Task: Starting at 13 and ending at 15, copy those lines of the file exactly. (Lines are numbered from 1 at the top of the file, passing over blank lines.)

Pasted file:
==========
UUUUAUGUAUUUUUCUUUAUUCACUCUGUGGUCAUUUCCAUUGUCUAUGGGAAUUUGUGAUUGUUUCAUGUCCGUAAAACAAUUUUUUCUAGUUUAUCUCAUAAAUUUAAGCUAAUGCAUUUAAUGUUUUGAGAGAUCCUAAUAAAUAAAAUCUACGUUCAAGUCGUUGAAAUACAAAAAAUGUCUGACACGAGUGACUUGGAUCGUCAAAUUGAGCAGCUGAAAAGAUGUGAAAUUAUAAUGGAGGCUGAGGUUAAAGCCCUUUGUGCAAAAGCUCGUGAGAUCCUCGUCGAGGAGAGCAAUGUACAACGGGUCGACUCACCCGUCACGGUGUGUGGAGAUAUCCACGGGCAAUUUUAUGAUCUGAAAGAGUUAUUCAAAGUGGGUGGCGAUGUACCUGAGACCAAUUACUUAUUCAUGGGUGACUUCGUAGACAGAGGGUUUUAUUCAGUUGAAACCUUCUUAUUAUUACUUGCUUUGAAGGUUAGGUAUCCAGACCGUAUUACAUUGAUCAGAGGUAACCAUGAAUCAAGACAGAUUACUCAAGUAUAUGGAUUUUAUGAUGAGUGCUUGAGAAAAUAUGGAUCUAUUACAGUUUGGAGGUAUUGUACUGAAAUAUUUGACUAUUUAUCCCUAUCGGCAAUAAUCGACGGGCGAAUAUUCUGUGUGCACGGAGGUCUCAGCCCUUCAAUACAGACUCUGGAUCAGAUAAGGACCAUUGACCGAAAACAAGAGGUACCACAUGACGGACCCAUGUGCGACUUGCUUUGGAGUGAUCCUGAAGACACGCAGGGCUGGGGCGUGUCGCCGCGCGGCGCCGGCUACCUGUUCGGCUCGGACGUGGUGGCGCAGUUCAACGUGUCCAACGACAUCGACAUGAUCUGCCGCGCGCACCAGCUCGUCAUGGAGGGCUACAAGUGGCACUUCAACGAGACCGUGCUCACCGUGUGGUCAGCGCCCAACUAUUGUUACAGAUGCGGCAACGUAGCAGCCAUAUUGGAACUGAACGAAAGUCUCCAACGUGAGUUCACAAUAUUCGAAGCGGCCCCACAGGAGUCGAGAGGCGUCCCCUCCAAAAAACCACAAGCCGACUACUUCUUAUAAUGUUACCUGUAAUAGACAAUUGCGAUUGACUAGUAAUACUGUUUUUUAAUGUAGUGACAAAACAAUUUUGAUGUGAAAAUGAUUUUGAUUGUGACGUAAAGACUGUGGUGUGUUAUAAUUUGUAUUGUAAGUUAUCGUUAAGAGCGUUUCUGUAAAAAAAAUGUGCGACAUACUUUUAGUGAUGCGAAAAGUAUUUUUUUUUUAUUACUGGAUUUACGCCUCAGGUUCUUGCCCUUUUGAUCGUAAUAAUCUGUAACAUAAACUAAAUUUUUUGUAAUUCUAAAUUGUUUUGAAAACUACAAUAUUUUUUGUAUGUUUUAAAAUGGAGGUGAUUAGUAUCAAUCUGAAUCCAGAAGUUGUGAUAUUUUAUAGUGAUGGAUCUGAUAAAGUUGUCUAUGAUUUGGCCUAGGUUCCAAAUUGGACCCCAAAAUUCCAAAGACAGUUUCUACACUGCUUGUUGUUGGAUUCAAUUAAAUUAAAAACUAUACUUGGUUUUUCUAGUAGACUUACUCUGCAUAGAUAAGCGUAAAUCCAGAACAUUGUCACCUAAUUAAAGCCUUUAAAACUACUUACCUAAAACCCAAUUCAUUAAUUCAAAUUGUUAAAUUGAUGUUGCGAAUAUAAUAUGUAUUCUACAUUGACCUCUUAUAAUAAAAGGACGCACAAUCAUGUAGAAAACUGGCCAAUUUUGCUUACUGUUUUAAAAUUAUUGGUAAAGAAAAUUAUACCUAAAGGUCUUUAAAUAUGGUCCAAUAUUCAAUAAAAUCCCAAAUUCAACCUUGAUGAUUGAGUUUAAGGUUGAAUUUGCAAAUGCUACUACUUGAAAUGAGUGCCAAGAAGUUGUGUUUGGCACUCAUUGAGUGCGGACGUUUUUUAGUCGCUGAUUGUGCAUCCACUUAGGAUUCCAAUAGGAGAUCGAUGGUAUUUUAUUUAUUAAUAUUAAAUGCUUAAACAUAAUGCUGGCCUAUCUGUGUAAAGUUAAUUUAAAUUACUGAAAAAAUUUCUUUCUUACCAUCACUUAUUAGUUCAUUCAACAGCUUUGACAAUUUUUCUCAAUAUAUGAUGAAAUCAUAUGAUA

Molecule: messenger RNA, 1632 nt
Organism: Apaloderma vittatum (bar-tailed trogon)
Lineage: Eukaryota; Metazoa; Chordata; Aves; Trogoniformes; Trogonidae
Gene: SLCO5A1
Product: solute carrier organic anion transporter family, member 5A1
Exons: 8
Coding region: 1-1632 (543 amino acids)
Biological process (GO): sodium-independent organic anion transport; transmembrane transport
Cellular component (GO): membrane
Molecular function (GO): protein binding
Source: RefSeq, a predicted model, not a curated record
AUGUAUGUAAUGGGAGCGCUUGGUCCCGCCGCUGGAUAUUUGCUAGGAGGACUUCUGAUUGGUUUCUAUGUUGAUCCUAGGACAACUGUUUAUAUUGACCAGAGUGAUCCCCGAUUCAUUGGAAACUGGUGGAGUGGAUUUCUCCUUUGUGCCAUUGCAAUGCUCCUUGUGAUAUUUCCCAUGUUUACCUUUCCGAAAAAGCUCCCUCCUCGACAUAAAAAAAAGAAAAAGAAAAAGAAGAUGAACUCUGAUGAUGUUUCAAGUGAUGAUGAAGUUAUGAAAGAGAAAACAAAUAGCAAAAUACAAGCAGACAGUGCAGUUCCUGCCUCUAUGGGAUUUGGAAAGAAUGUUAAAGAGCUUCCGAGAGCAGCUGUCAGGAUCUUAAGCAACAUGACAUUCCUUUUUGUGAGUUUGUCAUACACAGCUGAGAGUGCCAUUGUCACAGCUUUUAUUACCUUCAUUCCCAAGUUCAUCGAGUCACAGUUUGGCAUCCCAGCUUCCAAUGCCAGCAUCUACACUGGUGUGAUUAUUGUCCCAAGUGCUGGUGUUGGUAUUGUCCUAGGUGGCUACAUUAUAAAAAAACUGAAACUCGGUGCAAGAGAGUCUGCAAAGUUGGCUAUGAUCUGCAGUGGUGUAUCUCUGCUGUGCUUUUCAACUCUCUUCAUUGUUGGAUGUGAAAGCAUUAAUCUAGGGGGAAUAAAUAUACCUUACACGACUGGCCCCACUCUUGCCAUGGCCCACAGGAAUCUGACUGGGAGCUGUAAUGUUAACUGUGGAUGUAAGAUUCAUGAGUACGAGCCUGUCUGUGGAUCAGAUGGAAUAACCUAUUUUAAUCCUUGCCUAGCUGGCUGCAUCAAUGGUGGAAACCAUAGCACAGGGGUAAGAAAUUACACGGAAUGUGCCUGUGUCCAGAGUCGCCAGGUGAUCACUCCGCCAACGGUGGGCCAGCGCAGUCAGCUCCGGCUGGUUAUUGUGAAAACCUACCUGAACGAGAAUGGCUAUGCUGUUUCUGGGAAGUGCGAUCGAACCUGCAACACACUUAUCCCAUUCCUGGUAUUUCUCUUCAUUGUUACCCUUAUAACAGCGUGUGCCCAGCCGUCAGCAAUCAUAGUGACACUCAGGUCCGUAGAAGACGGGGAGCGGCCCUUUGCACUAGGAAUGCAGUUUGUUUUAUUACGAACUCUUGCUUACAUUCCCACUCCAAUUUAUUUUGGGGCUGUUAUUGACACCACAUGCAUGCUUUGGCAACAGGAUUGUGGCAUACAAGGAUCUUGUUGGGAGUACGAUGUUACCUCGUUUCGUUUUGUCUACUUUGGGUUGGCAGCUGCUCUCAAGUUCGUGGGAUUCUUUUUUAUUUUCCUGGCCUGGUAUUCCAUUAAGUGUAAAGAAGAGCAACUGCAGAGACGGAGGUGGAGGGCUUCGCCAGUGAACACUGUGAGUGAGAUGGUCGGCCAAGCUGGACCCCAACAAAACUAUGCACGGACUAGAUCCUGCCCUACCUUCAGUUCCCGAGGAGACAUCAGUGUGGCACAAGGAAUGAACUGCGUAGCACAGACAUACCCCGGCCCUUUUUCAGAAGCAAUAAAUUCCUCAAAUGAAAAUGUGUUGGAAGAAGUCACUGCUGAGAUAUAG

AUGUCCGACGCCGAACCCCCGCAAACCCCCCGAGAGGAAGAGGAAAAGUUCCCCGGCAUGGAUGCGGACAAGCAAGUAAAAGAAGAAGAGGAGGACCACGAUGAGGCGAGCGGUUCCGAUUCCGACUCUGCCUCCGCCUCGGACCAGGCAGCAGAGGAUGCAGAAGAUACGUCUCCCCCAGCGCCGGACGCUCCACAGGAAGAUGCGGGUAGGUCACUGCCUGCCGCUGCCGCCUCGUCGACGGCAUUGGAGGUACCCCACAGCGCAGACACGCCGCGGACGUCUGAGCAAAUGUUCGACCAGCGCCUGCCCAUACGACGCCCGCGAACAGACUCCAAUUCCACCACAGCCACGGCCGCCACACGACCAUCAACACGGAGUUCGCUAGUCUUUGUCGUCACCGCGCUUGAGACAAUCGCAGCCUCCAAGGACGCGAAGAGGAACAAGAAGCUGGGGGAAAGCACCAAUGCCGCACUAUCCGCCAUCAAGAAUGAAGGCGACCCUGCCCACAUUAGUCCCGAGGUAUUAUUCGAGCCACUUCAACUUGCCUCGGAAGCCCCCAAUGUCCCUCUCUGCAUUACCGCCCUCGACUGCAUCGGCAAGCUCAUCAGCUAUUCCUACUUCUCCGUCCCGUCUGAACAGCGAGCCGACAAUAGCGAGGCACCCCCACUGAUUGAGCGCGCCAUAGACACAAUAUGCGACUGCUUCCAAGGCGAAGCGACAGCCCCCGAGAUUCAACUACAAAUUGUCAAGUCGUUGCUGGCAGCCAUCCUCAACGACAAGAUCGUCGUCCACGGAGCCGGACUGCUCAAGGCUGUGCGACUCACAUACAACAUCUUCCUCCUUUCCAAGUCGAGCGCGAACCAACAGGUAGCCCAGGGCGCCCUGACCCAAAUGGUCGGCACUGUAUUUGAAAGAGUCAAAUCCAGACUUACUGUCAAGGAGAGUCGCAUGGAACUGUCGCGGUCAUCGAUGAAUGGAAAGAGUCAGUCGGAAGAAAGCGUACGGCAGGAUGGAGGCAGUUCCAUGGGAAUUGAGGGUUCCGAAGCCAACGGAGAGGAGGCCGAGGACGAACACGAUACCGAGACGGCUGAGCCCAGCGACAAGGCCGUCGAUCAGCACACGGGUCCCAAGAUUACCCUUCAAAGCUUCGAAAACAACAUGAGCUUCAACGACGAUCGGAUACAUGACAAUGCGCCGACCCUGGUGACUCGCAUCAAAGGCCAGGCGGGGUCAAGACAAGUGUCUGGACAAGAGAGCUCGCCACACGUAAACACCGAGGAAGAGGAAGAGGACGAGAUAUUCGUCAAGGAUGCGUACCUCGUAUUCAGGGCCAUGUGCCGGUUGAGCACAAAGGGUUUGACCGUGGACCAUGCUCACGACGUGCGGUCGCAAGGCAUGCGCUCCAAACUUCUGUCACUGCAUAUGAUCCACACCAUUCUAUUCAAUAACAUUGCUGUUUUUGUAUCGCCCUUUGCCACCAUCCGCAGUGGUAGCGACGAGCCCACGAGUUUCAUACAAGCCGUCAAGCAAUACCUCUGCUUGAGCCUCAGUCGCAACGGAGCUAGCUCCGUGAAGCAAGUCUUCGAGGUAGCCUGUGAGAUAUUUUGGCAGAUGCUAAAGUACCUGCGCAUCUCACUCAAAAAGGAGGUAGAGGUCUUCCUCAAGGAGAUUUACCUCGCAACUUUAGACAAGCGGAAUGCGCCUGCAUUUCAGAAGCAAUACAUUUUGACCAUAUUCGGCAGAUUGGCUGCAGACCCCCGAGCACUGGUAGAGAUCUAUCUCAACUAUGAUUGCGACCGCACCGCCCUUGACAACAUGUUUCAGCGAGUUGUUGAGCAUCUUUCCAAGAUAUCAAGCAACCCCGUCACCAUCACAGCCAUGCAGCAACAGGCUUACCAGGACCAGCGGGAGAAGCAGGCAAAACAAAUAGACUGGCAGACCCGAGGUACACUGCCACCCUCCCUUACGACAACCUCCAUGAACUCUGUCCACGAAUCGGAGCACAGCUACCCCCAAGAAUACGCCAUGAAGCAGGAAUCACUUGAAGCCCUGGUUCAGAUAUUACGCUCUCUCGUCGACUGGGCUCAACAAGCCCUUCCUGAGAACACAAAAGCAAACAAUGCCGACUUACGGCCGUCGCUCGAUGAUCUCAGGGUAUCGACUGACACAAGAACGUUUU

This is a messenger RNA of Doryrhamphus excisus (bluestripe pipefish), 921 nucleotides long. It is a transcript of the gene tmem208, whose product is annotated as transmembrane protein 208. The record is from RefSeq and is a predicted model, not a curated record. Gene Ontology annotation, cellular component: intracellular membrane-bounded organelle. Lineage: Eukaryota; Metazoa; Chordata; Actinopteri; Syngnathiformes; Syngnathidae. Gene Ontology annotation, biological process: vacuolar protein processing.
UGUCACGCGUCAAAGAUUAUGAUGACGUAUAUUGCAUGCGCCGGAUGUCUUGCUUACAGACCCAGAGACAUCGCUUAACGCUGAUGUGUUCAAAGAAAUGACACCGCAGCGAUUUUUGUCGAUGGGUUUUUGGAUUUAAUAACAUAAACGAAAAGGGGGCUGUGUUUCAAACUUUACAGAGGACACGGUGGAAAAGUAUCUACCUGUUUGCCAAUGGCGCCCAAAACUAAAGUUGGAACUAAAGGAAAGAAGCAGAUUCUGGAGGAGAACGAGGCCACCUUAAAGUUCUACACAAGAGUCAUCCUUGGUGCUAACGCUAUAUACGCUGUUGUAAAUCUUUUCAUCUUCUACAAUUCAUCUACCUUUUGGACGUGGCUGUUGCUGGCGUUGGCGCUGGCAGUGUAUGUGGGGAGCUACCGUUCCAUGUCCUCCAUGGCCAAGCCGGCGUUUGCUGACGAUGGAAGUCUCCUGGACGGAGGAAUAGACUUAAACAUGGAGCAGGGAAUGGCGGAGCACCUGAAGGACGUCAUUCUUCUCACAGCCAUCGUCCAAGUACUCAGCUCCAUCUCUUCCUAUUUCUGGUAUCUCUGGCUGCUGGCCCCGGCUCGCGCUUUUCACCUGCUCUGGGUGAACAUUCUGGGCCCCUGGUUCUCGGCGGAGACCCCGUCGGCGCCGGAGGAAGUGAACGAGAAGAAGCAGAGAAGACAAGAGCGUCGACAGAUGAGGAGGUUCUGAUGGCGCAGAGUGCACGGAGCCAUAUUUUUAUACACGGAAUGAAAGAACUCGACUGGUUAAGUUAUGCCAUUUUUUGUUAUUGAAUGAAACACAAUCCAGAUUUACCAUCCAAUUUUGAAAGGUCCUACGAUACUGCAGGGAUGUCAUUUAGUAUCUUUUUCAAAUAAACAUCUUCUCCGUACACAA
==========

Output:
AUGUAUGUAAUGGGAGCGCUUGGUCCCGCCGCUGGAUAUUUGCUAGGAGGACUUCUGAUUGGUUUCUAUGUUGAUCCUAGGACAACUGUUUAUAUUGACCAGAGUGAUCCCCGAUUCAUUGGAAACUGGUGGAGUGGAUUUCUCCUUUGUGCCAUUGCAAUGCUCCUUGUGAUAUUUCCCAUGUUUACCUUUCCGAAAAAGCUCCCUCCUCGACAUAAAAAAAAGAAAAAGAAAAAGAAGAUGAACUCUGAUGAUGUUUCAAGUGAUGAUGAAGUUAUGAAAGAGAAAACAAAUAGCAAAAUACAAGCAGACAGUGCAGUUCCUGCCUCUAUGGGAUUUGGAAAGAAUGUUAAAGAGCUUCCGAGAGCAGCUGUCAGGAUCUUAAGCAACAUGACAUUCCUUUUUGUGAGUUUGUCAUACACAGCUGAGAGUGCCAUUGUCACAGCUUUUAUUACCUUCAUUCCCAAGUUCAUCGAGUCACAGUUUGGCAUCCCAGCUUCCAAUGCCAGCAUCUACACUGGUGUGAUUAUUGUCCCAAGUGCUGGUGUUGGUAUUGUCCUAGGUGGCUACAUUAUAAAAAAACUGAAACUCGGUGCAAGAGAGUCUGCAAAGUUGGCUAUGAUCUGCAGUGGUGUAUCUCUGCUGUGCUUUUCAACUCUCUUCAUUGUUGGAUGUGAAAGCAUUAAUCUAGGGGGAAUAAAUAUACCUUACACGACUGGCCCCACUCUUGCCAUGGCCCACAGGAAUCUGACUGGGAGCUGUAAUGUUAACUGUGGAUGUAAGAUUCAUGAGUACGAGCCUGUCUGUGGAUCAGAUGGAAUAACCUAUUUUAAUCCUUGCCUAGCUGGCUGCAUCAAUGGUGGAAACCAUAGCACAGGGGUAAGAAAUUACACGGAAUGUGCCUGUGUCCAGAGUCGCCAGGUGAUCACUCCGCCAACGGUGGGCCAGCGCAGUCAGCUCCGGCUGGUUAUUGUGAAAACCUACCUGAACGAGAAUGGCUAUGCUGUUUCUGGGAAGUGCGAUCGAACCUGCAACACACUUAUCCCAUUCCUGGUAUUUCUCUUCAUUGUUACCCUUAUAACAGCGUGUGCCCAGCCGUCAGCAAUCAUAGUGACACUCAGGUCCGUAGAAGACGGGGAGCGGCCCUUUGCACUAGGAAUGCAGUUUGUUUUAUUACGAACUCUUGCUUACAUUCCCACUCCAAUUUAUUUUGGGGCUGUUAUUGACACCACAUGCAUGCUUUGGCAACAGGAUUGUGGCAUACAAGGAUCUUGUUGGGAGUACGAUGUUACCUCGUUUCGUUUUGUCUACUUUGGGUUGGCAGCUGCUCUCAAGUUCGUGGGAUUCUUUUUUAUUUUCCUGGCCUGGUAUUCCAUUAAGUGUAAAGAAGAGCAACUGCAGAGACGGAGGUGGAGGGCUUCGCCAGUGAACACUGUGAGUGAGAUGGUCGGCCAAGCUGGACCCCAACAAAACUAUGCACGGACUAGAUCCUGCCCUACCUUCAGUUCCCGAGGAGACAUCAGUGUGGCACAAGGAAUGAACUGCGUAGCACAGACAUACCCCGGCCCUUUUUCAGAAGCAAUAAAUUCCUCAAAUGAAAAUGUGUUGGAAGAAGUCACUGCUGAGAUAUAG

AUGUCCGACGCCGAACCCCCGCAAACCCCCCGAGAGGAAGAGGAAAAGUUCCCCGGCAUGGAUGCGGACAAGCAAGUAAAAGAAGAAGAGGAGGACCACGAUGAGGCGAGCGGUUCCGAUUCCGACUCUGCCUCCGCCUCGGACCAGGCAGCAGAGGAUGCAGAAGAUACGUCUCCCCCAGCGCCGGACGCUCCACAGGAAGAUGCGGGUAGGUCACUGCCUGCCGCUGCCGCCUCGUCGACGGCAUUGGAGGUACCCCACAGCGCAGACACGCCGCGGACGUCUGAGCAAAUGUUCGACCAGCGCCUGCCCAUACGACGCCCGCGAACAGACUCCAAUUCCACCACAGCCACGGCCGCCACACGACCAUCAACACGGAGUUCGCUAGUCUUUGUCGUCACCGCGCUUGAGACAAUCGCAGCCUCCAAGGACGCGAAGAGGAACAAGAAGCUGGGGGAAAGCACCAAUGCCGCACUAUCCGCCAUCAAGAAUGAAGGCGACCCUGCCCACAUUAGUCCCGAGGUAUUAUUCGAGCCACUUCAACUUGCCUCGGAAGCCCCCAAUGUCCCUCUCUGCAUUACCGCCCUCGACUGCAUCGGCAAGCUCAUCAGCUAUUCCUACUUCUCCGUCCCGUCUGAACAGCGAGCCGACAAUAGCGAGGCACCCCCACUGAUUGAGCGCGCCAUAGACACAAUAUGCGACUGCUUCCAAGGCGAAGCGACAGCCCCCGAGAUUCAACUACAAAUUGUCAAGUCGUUGCUGGCAGCCAUCCUCAACGACAAGAUCGUCGUCCACGGAGCCGGACUGCUCAAGGCUGUGCGACUCACAUACAACAUCUUCCUCCUUUCCAAGUCGAGCGCGAACCAACAGGUAGCCCAGGGCGCCCUGACCCAAAUGGUCGGCACUGUAUUUGAAAGAGUCAAAUCCAGACUUACUGUCAAGGAGAGUCGCAUGGAACUGUCGCGGUCAUCGAUGAAUGGAAAGAGUCAGUCGGAAGAAAGCGUACGGCAGGAUGGAGGCAGUUCCAUGGGAAUUGAGGGUUCCGAAGCCAACGGAGAGGAGGCCGAGGACGAACACGAUACCGAGACGGCUGAGCCCAGCGACAAGGCCGUCGAUCAGCACACGGGUCCCAAGAUUACCCUUCAAAGCUUCGAAAACAACAUGAGCUUCAACGACGAUCGGAUACAUGACAAUGCGCCGACCCUGGUGACUCGCAUCAAAGGCCAGGCGGGGUCAAGACAAGUGUCUGGACAAGAGAGCUCGCCACACGUAAACACCGAGGAAGAGGAAGAGGACGAGAUAUUCGUCAAGGAUGCGUACCUCGUAUUCAGGGCCAUGUGCCGGUUGAGCACAAAGGGUUUGACCGUGGACCAUGCUCACGACGUGCGGUCGCAAGGCAUGCGCUCCAAACUUCUGUCACUGCAUAUGAUCCACACCAUUCUAUUCAAUAACAUUGCUGUUUUUGUAUCGCCCUUUGCCACCAUCCGCAGUGGUAGCGACGAGCCCACGAGUUUCAUACAAGCCGUCAAGCAAUACCUCUGCUUGAGCCUCAGUCGCAACGGAGCUAGCUCCGUGAAGCAAGUCUUCGAGGUAGCCUGUGAGAUAUUUUGGCAGAUGCUAAAGUACCUGCGCAUCUCACUCAAAAAGGAGGUAGAGGUCUUCCUCAAGGAGAUUUACCUCGCAACUUUAGACAAGCGGAAUGCGCCUGCAUUUCAGAAGCAAUACAUUUUGACCAUAUUCGGCAGAUUGGCUGCAGACCCCCGAGCACUGGUAGAGAUCUAUCUCAACUAUGAUUGCGACCGCACCGCCCUUGACAACAUGUUUCAGCGAGUUGUUGAGCAUCUUUCCAAGAUAUCAAGCAACCCCGUCACCAUCACAGCCAUGCAGCAACAGGCUUACCAGGACCAGCGGGAGAAGCAGGCAAAACAAAUAGACUGGCAGACCCGAGGUACACUGCCACCCUCCCUUACGACAACCUCCAUGAACUCUGUCCACGAAUCGGAGCACAGCUACCCCCAAGAAUACGCCAUGAAGCAGGAAUCACUUGAAGCCCUGGUUCAGAUAUUACGCUCUCUCGUCGACUGGGCUCAACAAGCCCUUCCUGAGAACACAAAAGCAAACAAUGCCGACUUACGGCCGUCGCUCGAUGAUCUCAGGGUAUCGACUGACACAAGAACGUUUU

This is a messenger RNA of Doryrhamphus excisus (bluestripe pipefish), 921 nucleotides long. It is a transcript of the gene tmem208, whose product is annotated as transmembrane protein 208. The record is from RefSeq and is a predicted model, not a curated record. Gene Ontology annotation, cellular component: intracellular membrane-bounded organelle. Lineage: Eukaryota; Metazoa; Chordata; Actinopteri; Syngnathiformes; Syngnathidae. Gene Ontology annotation, biological process: vacuolar protein processing.